The complexities of relocation and travel for children after divorce and separation

When you separate from your partner you still need to be able to earn a living and go on with your life. You will share parenting responsibilities, but you ultimately need to pursue meaningful opportunities for yourself.

Your opportunities may be limited in your current location, or you may wish to move interstate or to a new city to be closer to support networks or better job options. Whatever your motivation for seeking to relocate, there are factors to consider around the impact that moving can have on your children.

  • There are significant psychological factors to consider about relocation after divorce and separation, not least of all the potential for the development of mental health problems and complex developmental issues.
  • Divorce is difficult on children, but the critical time after divorce and separation takes place requires the establishment of a routine and continued and ongoing support and care from both parents.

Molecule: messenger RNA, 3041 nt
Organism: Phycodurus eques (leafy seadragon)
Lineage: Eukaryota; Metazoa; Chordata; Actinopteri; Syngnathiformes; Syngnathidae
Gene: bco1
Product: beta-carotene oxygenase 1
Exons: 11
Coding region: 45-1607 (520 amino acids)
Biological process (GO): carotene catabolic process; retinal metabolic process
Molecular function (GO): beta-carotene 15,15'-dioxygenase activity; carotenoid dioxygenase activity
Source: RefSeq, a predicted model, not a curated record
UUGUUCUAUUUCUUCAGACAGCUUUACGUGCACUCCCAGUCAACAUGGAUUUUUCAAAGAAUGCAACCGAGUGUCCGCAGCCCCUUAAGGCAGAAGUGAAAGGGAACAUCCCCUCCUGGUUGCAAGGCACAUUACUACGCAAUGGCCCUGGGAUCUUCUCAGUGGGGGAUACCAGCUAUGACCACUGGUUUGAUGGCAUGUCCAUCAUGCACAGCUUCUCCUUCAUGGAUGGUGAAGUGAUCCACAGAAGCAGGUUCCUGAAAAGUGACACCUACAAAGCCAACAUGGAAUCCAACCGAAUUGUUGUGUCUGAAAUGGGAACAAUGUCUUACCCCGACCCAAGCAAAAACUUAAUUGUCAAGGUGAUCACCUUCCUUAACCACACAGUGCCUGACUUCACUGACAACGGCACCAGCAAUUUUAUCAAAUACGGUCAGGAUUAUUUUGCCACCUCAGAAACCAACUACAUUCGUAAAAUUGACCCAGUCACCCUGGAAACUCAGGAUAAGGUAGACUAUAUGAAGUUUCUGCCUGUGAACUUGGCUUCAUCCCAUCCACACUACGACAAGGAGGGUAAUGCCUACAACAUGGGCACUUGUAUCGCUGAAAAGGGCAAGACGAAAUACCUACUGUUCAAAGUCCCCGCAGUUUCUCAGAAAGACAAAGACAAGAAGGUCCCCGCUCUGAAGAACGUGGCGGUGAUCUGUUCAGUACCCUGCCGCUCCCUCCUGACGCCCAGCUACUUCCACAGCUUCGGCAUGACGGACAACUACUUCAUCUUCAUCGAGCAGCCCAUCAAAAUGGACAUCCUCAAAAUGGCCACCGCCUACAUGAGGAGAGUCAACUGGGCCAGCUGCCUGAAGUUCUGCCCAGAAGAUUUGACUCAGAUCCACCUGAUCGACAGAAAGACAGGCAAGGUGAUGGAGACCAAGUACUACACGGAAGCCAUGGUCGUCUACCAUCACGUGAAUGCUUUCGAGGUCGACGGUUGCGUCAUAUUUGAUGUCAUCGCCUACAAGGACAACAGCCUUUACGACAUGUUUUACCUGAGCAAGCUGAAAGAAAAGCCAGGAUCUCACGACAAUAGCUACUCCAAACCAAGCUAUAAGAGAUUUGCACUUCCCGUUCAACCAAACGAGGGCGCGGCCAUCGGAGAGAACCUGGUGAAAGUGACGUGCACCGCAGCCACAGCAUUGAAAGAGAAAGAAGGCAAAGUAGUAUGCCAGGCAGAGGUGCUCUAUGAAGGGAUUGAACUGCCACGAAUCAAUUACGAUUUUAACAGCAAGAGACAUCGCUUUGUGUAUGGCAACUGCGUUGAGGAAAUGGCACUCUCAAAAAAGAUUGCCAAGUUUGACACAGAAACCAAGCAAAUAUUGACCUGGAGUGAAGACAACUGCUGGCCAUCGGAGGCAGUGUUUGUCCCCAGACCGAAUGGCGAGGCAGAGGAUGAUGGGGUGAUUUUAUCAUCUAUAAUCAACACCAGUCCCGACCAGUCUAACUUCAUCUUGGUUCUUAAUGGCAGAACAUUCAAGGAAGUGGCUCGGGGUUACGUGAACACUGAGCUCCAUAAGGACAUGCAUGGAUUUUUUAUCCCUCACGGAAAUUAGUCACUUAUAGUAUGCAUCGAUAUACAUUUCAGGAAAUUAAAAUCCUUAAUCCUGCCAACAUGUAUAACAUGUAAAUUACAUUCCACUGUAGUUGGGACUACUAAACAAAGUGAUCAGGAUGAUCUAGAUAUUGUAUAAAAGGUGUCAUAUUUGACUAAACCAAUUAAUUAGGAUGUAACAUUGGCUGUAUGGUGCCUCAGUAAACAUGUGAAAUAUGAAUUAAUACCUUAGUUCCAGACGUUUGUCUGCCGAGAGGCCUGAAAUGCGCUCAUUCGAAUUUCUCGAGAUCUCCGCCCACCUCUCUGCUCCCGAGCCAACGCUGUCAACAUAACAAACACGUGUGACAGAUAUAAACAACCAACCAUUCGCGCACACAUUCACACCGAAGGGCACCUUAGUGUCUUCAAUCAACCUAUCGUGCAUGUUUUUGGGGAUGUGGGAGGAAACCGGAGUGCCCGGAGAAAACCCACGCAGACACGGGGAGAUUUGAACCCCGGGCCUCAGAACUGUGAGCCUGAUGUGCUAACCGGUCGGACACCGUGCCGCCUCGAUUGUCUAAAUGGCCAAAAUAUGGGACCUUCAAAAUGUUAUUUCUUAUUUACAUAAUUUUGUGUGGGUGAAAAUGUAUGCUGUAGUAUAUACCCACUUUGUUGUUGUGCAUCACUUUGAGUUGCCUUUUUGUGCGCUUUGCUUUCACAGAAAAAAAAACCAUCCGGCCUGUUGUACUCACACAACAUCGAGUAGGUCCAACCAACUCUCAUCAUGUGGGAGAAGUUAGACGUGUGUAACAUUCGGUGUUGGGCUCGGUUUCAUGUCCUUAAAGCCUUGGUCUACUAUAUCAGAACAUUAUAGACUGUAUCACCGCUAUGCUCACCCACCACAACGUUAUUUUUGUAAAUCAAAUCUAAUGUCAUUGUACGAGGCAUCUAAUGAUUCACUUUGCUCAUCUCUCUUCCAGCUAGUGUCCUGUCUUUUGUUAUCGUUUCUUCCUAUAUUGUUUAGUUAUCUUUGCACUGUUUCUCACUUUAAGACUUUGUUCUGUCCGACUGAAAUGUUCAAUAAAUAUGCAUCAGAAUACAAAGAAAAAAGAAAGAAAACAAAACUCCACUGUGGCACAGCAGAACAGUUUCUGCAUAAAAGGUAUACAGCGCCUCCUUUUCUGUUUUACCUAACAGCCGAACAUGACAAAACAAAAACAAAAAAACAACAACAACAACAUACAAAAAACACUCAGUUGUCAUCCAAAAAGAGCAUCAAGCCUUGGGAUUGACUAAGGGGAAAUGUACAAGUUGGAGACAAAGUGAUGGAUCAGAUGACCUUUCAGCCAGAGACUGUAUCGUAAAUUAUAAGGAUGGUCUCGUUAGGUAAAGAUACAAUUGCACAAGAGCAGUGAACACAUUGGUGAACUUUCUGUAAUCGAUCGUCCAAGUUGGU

Again, the importance of acting in the best interests of children in relocation (s 60CC Family Law Act 1975 (Cth)) is paramount. A family lawyer can help you to mediate a decision about relocation and may help you to reach an agreement without having to seek a relocation order through the courts.

The court can intervene and make a relocation order

Contract signingIf you are looking to move, and you have made this decision considering what is in the best interests of your children — but your former partner is still refusing to agree — then the court may intervene. Alternatively, if your partner is looking to move and you oppose it, you should seek legal advice immediately.

  • A relocation order can be made in which the court will dictate conditions of relocation, including when and where a parent can move and how often the other parent can visit.
  • Court-mandated relocation orders are not always agreed to  so it is vital that you seek legal advice if there is a disagreement about relocation with your former partner.

A court can and will make orders pertaining to how much child support will be paid by the parent not responsible for primary care, as well as visitation rights and responsibilities for each party.

Case example